Sickle Cell Anemia Management Discussion Response

                                                                                                                            Approaches to sickle cell anemia management

           Sickle cell anemia is an inherited red blood cell disorder in which there are not enough healthy red blood cells to carry oxygen throughout the body. Sickle cell diseases are due to a mutation in the gene responsible for producing HbA, which results in the formation of a different Hb, called S, which has recessive inheritance (Vieira Figueiredo et al., 2018). In individuals presenting with this disease, the erythrocytes assume the shape of a scythe, which hinders adequate blood flow, generating processes of Vaso-occlusion and infarcts in the affected areas. Therefore, ischemia, pain, damage to various organs and tissues, necrosis, and chronic hemolysis. In addition, the regional hypoxia process itself may intensify the sickling of new erythrocytes, increasing ischemic damage (McCance Burns et al., 2017.

All babies have a newborn screening test for SCD. Newborn screening checks for serious but rare and mostly treatable conditions at birth. It includes blood, hearing, and heart screening. With newborn screening, SCD can be found and treated early. Management of a child with sickle cell anemia (SCA) is complicated and should be done in consultation with a pediatric hematologist (McCance Burns et al., 2017).  Children with sickle cell disease still need regular primary care services, consultative services, and information coordination. Some of the critical aspects of care for the child are hydration, illness prevention, and pain management, which are fundamental aspects of disease management: NSAIDS or acetaminophen may be adequate for mild to moderate pain; CBC and reticulocyte count are monitored every few months; All the usual childhood immunizations are to be administered on time (McCance Burns et al., 2017). 

At two-month-old, penicillin V prophylaxis, 125mg orally twice daily, should be initiated. At three years old, the dose should be increased to 250 mg orally twice a day and continue at least until the fifth birthday or until the child received two doses of PPSV23. Aggressive treatment of infections and maintenance of hydration and body temperature are used to prevent hypoxia and acidosis. Furthermore, treatment of coexisting medical problem associated with lower oxygen saturations such as asthma and obstructive sleep apnea should be done (Phillips, 2021).

In addition, in children with severe SCA, hydroxyurea is used to reduce the number of painful crises and incidences of acute chest syndrome. Last, annual stroke prevention screening of major intracranial vessels transcranial doppler ultrasound evaluation is planned for 2- to 16-year-old children if their bone windows allow meaningful evaluation (McCance Burns et al., 2017).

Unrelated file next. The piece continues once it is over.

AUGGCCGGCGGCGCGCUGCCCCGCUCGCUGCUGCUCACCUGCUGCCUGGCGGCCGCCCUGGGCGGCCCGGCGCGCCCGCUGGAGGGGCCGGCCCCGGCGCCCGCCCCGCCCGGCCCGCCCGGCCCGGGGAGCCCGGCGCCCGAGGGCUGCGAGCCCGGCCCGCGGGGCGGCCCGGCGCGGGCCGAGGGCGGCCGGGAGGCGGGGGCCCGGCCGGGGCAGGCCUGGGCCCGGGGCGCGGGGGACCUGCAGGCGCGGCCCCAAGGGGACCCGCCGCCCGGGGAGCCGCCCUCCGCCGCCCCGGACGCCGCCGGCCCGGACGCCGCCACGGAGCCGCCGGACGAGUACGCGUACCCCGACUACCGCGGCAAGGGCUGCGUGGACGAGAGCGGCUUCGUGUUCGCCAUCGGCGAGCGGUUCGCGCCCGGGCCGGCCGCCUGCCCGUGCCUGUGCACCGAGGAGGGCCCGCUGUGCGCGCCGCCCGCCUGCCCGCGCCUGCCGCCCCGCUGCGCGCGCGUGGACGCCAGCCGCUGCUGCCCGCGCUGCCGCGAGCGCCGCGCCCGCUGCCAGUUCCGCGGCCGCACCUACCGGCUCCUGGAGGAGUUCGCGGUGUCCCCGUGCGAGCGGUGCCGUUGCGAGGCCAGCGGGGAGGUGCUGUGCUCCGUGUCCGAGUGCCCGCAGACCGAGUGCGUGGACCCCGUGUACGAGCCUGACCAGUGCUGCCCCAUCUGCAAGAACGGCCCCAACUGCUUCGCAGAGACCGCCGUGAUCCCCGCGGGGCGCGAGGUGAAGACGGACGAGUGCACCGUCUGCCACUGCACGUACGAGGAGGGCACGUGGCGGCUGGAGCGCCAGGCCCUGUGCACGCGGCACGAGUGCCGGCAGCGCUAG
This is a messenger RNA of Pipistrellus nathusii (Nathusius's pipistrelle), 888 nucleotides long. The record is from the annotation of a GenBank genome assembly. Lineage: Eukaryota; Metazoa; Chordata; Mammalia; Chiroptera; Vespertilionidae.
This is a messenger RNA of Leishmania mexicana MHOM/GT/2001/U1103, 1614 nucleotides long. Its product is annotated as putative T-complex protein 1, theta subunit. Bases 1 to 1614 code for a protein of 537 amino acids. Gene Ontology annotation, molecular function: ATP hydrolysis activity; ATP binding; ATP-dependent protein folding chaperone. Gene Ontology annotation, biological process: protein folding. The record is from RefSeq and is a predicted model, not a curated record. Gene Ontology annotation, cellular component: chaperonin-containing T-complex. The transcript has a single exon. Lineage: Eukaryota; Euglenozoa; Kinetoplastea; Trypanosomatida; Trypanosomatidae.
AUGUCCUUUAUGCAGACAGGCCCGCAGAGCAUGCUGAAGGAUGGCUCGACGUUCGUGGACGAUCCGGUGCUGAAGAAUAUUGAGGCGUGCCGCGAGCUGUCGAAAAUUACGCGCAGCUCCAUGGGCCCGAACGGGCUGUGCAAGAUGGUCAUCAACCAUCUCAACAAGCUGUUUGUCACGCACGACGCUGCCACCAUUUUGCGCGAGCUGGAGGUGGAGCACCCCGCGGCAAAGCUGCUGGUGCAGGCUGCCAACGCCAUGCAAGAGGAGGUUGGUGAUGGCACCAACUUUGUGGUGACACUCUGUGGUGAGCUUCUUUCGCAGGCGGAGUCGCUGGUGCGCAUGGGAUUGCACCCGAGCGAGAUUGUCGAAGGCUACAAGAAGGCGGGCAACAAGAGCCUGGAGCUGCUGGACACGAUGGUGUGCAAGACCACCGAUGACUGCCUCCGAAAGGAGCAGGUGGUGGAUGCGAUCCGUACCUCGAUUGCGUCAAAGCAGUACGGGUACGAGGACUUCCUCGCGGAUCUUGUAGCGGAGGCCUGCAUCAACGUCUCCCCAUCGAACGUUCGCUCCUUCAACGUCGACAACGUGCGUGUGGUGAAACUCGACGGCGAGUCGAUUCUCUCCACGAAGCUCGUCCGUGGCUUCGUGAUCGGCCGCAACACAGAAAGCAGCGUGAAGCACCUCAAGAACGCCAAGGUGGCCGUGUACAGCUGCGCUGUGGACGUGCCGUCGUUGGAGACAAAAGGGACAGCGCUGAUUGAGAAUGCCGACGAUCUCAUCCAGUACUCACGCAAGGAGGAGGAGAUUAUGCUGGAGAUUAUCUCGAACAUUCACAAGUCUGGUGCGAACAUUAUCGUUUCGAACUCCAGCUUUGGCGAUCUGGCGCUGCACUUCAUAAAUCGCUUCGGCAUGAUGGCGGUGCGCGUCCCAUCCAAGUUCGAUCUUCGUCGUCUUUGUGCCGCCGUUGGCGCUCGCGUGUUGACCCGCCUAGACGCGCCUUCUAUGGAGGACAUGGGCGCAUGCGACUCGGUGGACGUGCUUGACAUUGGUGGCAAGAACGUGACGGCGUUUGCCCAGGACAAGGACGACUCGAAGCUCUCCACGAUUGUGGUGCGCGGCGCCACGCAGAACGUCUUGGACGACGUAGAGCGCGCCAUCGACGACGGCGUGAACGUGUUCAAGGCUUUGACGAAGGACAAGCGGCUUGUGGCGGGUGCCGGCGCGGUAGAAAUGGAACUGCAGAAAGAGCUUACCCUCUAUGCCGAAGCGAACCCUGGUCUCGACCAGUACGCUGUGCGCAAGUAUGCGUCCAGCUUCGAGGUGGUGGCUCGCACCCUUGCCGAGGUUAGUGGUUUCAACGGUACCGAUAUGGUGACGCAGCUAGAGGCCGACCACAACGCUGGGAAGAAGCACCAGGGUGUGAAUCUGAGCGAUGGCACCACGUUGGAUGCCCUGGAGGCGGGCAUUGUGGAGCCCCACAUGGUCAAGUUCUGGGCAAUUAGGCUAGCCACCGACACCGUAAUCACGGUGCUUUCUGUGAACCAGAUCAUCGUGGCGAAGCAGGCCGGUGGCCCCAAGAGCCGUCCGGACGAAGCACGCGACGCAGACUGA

In resume, children with sickle cell anemia should be treated as follow: Pain medicines for a crisis, drinking plenty of water daily (8 to 10 glasses in some cases, IV fluids may be needed, Blood transfusions to treat anemia, chronic pain, acute chest syndrome, and splenic sequestration, and to prevent stroke; Vaccines and antibiotics to prevent infections; Folic acid to help prevent severe anemia; regular eye exams yearly to screen for an eye condition called retinopathy; Stem cell transplant can cure some children with SCD; Hydroxyurea to reduce the number of sickle cells in the blood. It reduces complications, painful episodes (crises), and hospital stays (Phillips, 2021).

Best care practices for SCD include preventive measures to minimize morbidity and mortality, manage symptoms, and recognize severe life-threatening complications (Phillips, 2021). Family members’ knowledge about sickle cell disease varied. Therefore, they should receive sickle cell disease health guidelines to help them cope with the illness in their child’s life (Vieira Figueiredo et al., 2018). In addition, the APRN should assess for psychosocial complications, make appropriate referrals, provide patient and family education and promote patient and family self-management.

References 

McCance Burns, C. E., Dunn, M. A., Brady, A. M., Starr, B. N., Blosser, G. C., & Garzon, L. D. (2017). Pediatric primary care (6th ed.). Elsevier.

Phillips, S. (2021). Caring for individuals with sickle cell disease. American Nurse Today, 16(6), 6–11.

Vieira Figueiredo, S., Alexandre Lima, L., Batista e Silva, D. P., Carvalho Oliveira, R. de M., Pinto dos Santos, M., & Verde Gomes, I. L. (2018). Importance of health guidance for family members of children with sickle cell disease. Revista Brasileira de               Enfermagem, 71(6), 2974–2982. https://doi.org/10.1590/0034-7167-2017-0806

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